IAOOS – Ice Atmosphere Arctic Ocean Observing System


The IAOOS Project’s objective is to develop and maintain an automated observation network of ice-tethered platforms across the Arctic Ocean which will simultaneously and independently transmit via satellite, in near real time, the state of the ocean, sea ice and the lower atmosphere.

The project uses a CIMEL microlidar to monitor the atmosphere (T, conso, f optical window).

IAOOS project

The IAOOS equipment is based on 15 autonomous platforms working at any time in the Arctic Ocean, for a period of 7 years. Every platform, made up of 3 elements ocean / atmosphere / sea ice, drifts with the sea ice, the surface winds and the oceanic currents. They are designed to stay at the sea-ice surface and float on the surface of the ocean, with an autonomy of 2 years.

The IAOOS project plans the deployment of 6 platforms per year, following the plan of deployment of the first 15 platforms. Two periods of deployments are planned every year: in spring and in autumn.

Observing, understanding and quantifying climate changes in the Arctic. IAOOS is specifically concerned with the potential for a significantly reduced sea ice cover, and the impacts this might have on the environment and on human activities, both regionally and globally.


  • Deploy and maintain an integrated observing system providing simultaneous observations of the ocean, ice and lower atmosphere in real time in the Arctic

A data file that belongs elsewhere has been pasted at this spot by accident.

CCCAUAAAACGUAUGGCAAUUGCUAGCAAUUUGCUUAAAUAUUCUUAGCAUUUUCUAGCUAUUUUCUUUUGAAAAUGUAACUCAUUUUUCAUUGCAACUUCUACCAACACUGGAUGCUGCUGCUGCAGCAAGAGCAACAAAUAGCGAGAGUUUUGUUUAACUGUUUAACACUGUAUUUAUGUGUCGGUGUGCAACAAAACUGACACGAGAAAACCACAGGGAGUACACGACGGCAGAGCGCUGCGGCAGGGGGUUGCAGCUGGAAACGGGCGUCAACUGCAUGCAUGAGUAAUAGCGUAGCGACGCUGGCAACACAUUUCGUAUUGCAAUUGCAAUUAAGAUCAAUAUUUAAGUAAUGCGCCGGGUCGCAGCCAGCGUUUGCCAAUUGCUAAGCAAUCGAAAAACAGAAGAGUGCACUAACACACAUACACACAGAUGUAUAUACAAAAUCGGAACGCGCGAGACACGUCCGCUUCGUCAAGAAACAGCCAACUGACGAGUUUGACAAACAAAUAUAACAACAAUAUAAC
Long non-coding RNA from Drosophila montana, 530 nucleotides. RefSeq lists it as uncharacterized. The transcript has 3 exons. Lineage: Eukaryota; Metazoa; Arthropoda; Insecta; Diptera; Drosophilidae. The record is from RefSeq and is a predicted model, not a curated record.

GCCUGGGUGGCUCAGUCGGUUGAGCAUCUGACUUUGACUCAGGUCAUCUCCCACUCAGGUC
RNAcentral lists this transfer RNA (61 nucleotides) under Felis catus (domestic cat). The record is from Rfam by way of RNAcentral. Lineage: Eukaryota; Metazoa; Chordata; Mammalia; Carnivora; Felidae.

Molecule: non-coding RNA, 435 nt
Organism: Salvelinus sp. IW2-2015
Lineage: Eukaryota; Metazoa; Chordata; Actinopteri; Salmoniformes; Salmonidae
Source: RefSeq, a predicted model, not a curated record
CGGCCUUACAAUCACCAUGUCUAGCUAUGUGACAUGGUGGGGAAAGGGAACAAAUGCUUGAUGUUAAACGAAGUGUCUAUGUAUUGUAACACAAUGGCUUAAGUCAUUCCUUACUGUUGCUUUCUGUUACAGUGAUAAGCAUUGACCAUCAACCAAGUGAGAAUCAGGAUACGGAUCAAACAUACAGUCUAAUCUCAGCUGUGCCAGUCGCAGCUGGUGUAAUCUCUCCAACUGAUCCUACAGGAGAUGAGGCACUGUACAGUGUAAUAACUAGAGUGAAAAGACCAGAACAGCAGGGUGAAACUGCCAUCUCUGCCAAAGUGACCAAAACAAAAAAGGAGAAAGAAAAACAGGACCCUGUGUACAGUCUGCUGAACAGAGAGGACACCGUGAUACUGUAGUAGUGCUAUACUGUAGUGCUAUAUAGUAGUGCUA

• Complementary to satellite observations
  • Better understanding of interactions
  • Feed operational models
  • Improve predicting capabilities

Equipment on the IAOOS Platforms

  • CTD vertical profilers from 0 to 1000 m depth (conductivity, temperature, depth)
  • Ice Mass Balance (IMB)
  • Temperature and pressure sensors
  • CIMEL microlidars: T, conso, f optical window for atmosphere monitoring
  • Optical depth sensors (ODS)


IAOOS platform


  • Vincent Mariage, Jacques Pelon, Frédéric Blouzon, Stéphane Victori. IAOOS microlidar development and firsts results obtained during 2014 and 2015 arctic drifts . EPJ Web of Conferences, EDP Sciences, 2016, The 27th International Laser Radar Conference (IRLC 27), 119, 02005 (4 p.)(https://hal-insu.archives-ouvertes.fr/insu-01175931)
  • Vincent Mariage, Jacques Pelon, Frédéric Blouzon, Stéphane Victori, Nicolas Geyskens, Nadir Amarouche, Christine Drezen, Antoine Guillot, Michel Calzas, Magali Garracio, Nicolas Wegmuller, Nathalie Sennéchael, and Christine Provost, “IAOOS microlidar-on-buoy development and first atmospheric observations obtained during 2014 and 2015 arctic drifts,” Opt. Express 25, A73-A84 (2017) (https://doi.org/10.1364/OE.25.000A73)
  • Vincent Mariage. Développement et mise en oeuvre de LiDAR embarqués sur bouées dérivantes pour l’étude des propriétés des aérosols et des nuages en Arctique et des forçages radiatifs induits. Physique Atmosphérique et Océanique [physics.ao-ph]. Université Pierre et Marie Curie – Paris VI, 2015. Français. NNT : 2015PA066580